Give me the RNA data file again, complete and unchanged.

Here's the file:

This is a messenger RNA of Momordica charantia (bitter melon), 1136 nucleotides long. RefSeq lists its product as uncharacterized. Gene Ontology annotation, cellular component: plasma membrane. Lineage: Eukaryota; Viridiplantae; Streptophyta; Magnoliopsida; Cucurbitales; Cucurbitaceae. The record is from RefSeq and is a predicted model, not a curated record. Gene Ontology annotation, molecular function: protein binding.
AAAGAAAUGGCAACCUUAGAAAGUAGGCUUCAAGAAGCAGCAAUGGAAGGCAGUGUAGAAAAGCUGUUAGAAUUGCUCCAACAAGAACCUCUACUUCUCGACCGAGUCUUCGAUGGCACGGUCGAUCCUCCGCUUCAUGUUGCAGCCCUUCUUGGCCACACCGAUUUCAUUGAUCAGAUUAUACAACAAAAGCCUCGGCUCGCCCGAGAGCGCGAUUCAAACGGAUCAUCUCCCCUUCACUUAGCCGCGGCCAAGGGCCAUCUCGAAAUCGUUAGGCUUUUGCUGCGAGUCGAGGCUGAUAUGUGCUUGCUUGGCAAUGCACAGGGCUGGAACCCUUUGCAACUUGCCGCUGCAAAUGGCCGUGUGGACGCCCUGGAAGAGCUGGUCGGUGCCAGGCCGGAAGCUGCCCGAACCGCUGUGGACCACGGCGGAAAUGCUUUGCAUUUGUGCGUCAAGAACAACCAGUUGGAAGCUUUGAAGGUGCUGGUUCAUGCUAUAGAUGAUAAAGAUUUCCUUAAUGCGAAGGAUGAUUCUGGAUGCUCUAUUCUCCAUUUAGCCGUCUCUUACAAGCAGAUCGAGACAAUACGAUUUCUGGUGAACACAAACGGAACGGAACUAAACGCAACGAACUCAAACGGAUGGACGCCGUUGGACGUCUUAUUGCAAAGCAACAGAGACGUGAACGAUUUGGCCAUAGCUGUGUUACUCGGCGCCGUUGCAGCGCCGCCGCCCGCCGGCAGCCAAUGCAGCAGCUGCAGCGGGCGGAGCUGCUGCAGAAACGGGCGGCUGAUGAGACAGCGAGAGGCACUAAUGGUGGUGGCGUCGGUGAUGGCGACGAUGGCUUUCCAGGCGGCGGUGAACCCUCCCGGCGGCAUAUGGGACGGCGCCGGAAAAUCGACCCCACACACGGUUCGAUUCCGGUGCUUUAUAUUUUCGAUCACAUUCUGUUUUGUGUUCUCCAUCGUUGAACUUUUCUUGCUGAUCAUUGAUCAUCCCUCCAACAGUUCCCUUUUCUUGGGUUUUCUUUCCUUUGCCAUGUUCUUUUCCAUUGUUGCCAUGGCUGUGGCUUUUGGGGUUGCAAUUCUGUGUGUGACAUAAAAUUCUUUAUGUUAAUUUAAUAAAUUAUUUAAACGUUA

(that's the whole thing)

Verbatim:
This is a messenger RNA of Momordica charantia (bitter melon), 1136 nucleotides long. RefSeq lists its product as uncharacterized. Gene Ontology annotation, cellular component: plasma membrane. Lineage: Eukaryota; Viridiplantae; Streptophyta; Magnoliopsida; Cucurbitales; Cucurbitaceae. The record is from RefSeq and is a predicted model, not a curated record. Gene Ontology annotation, molecular function: protein binding.
AAAGAAAUGGCAACCUUAGAAAGUAGGCUUCAAGAAGCAGCAAUGGAAGGCAGUGUAGAAAAGCUGUUAGAAUUGCUCCAACAAGAACCUCUACUUCUCGACCGAGUCUUCGAUGGCACGGUCGAUCCUCCGCUUCAUGUUGCAGCCCUUCUUGGCCACACCGAUUUCAUUGAUCAGAUUAUACAACAAAAGCCUCGGCUCGCCCGAGAGCGCGAUUCAAACGGAUCAUCUCCCCUUCACUUAGCCGCGGCCAAGGGCCAUCUCGAAAUCGUUAGGCUUUUGCUGCGAGUCGAGGCUGAUAUGUGCUUGCUUGGCAAUGCACAGGGCUGGAACCCUUUGCAACUUGCCGCUGCAAAUGGCCGUGUGGACGCCCUGGAAGAGCUGGUCGGUGCCAGGCCGGAAGCUGCCCGAACCGCUGUGGACCACGGCGGAAAUGCUUUGCAUUUGUGCGUCAAGAACAACCAGUUGGAAGCUUUGAAGGUGCUGGUUCAUGCUAUAGAUGAUAAAGAUUUCCUUAAUGCGAAGGAUGAUUCUGGAUGCUCUAUUCUCCAUUUAGCCGUCUCUUACAAGCAGAUCGAGACAAUACGAUUUCUGGUGAACACAAACGGAACGGAACUAAACGCAACGAACUCAAACGGAUGGACGCCGUUGGACGUCUUAUUGCAAAGCAACAGAGACGUGAACGAUUUGGCCAUAGCUGUGUUACUCGGCGCCGUUGCAGCGCCGCCGCCCGCCGGCAGCCAAUGCAGCAGCUGCAGCGGGCGGAGCUGCUGCAGAAACGGGCGGCUGAUGAGACAGCGAGAGGCACUAAUGGUGGUGGCGUCGGUGAUGGCGACGAUGGCUUUCCAGGCGGCGGUGAACCCUCCCGGCGGCAUAUGGGACGGCGCCGGAAAAUCGACCCCACACACGGUUCGAUUCCGGUGCUUUAUAUUUUCGAUCACAUUCUGUUUUGUGUUCUCCAUCGUUGAACUUUUCUUGCUGAUCAUUGAUCAUCCCUCCAACAGUUCCCUUUUCUUGGGUUUUCUUUCCUUUGCCAUGUUCUUUUCCAUUGUUGCCAUGGCUGUGGCUUUUGGGGUUGCAAUUCUGUGUGUGACAUAAAAUUCUUUAUGUUAAUUUAAUAAAUUAUUUAAACGUUA